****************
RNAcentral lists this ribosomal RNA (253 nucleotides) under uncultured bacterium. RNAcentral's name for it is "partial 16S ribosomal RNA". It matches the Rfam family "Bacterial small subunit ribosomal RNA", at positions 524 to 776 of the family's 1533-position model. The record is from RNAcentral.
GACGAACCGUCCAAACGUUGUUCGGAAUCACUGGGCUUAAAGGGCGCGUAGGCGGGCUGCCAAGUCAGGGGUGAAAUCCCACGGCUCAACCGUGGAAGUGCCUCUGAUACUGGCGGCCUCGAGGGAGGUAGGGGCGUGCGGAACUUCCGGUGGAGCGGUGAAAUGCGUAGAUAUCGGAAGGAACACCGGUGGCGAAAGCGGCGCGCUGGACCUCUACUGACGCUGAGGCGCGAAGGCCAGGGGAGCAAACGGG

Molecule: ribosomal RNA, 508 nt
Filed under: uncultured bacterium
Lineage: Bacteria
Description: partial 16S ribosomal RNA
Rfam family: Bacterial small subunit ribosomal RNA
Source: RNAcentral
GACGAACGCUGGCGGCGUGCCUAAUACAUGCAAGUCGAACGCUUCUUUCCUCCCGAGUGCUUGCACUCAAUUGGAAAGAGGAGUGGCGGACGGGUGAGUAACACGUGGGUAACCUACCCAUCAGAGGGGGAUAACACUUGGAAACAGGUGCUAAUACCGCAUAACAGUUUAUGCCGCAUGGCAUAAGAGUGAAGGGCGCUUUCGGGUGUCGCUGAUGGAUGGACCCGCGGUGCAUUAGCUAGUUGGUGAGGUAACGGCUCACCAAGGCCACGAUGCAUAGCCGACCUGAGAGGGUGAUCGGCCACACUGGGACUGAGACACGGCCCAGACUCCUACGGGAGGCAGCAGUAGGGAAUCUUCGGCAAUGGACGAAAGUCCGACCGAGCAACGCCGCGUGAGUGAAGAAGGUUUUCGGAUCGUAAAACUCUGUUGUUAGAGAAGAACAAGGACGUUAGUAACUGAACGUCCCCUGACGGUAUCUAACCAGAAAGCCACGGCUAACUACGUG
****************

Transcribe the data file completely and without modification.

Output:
RNAcentral lists this ribosomal RNA (253 nucleotides) under uncultured bacterium. RNAcentral's name for it is "partial 16S ribosomal RNA". It matches the Rfam family "Bacterial small subunit ribosomal RNA", at positions 524 to 776 of the family's 1533-position model. The record is from RNAcentral.
GACGAACCGUCCAAACGUUGUUCGGAAUCACUGGGCUUAAAGGGCGCGUAGGCGGGCUGCCAAGUCAGGGGUGAAAUCCCACGGCUCAACCGUGGAAGUGCCUCUGAUACUGGCGGCCUCGAGGGAGGUAGGGGCGUGCGGAACUUCCGGUGGAGCGGUGAAAUGCGUAGAUAUCGGAAGGAACACCGGUGGCGAAAGCGGCGCGCUGGACCUCUACUGACGCUGAGGCGCGAAGGCCAGGGGAGCAAACGGG

Molecule: ribosomal RNA, 508 nt
Filed under: uncultured bacterium
Lineage: Bacteria
Description: partial 16S ribosomal RNA
Rfam family: Bacterial small subunit ribosomal RNA
Source: RNAcentral
GACGAACGCUGGCGGCGUGCCUAAUACAUGCAAGUCGAACGCUUCUUUCCUCCCGAGUGCUUGCACUCAAUUGGAAAGAGGAGUGGCGGACGGGUGAGUAACACGUGGGUAACCUACCCAUCAGAGGGGGAUAACACUUGGAAACAGGUGCUAAUACCGCAUAACAGUUUAUGCCGCAUGGCAUAAGAGUGAAGGGCGCUUUCGGGUGUCGCUGAUGGAUGGACCCGCGGUGCAUUAGCUAGUUGGUGAGGUAACGGCUCACCAAGGCCACGAUGCAUAGCCGACCUGAGAGGGUGAUCGGCCACACUGGGACUGAGACACGGCCCAGACUCCUACGGGAGGCAGCAGUAGGGAAUCUUCGGCAAUGGACGAAAGUCCGACCGAGCAACGCCGCGUGAGUGAAGAAGGUUUUCGGAUCGUAAAACUCUGUUGUUAGAGAAGAACAAGGACGUUAGUAACUGAACGUCCCCUGACGGUAUCUAACCAGAAAGCCACGGCUAACUACGUG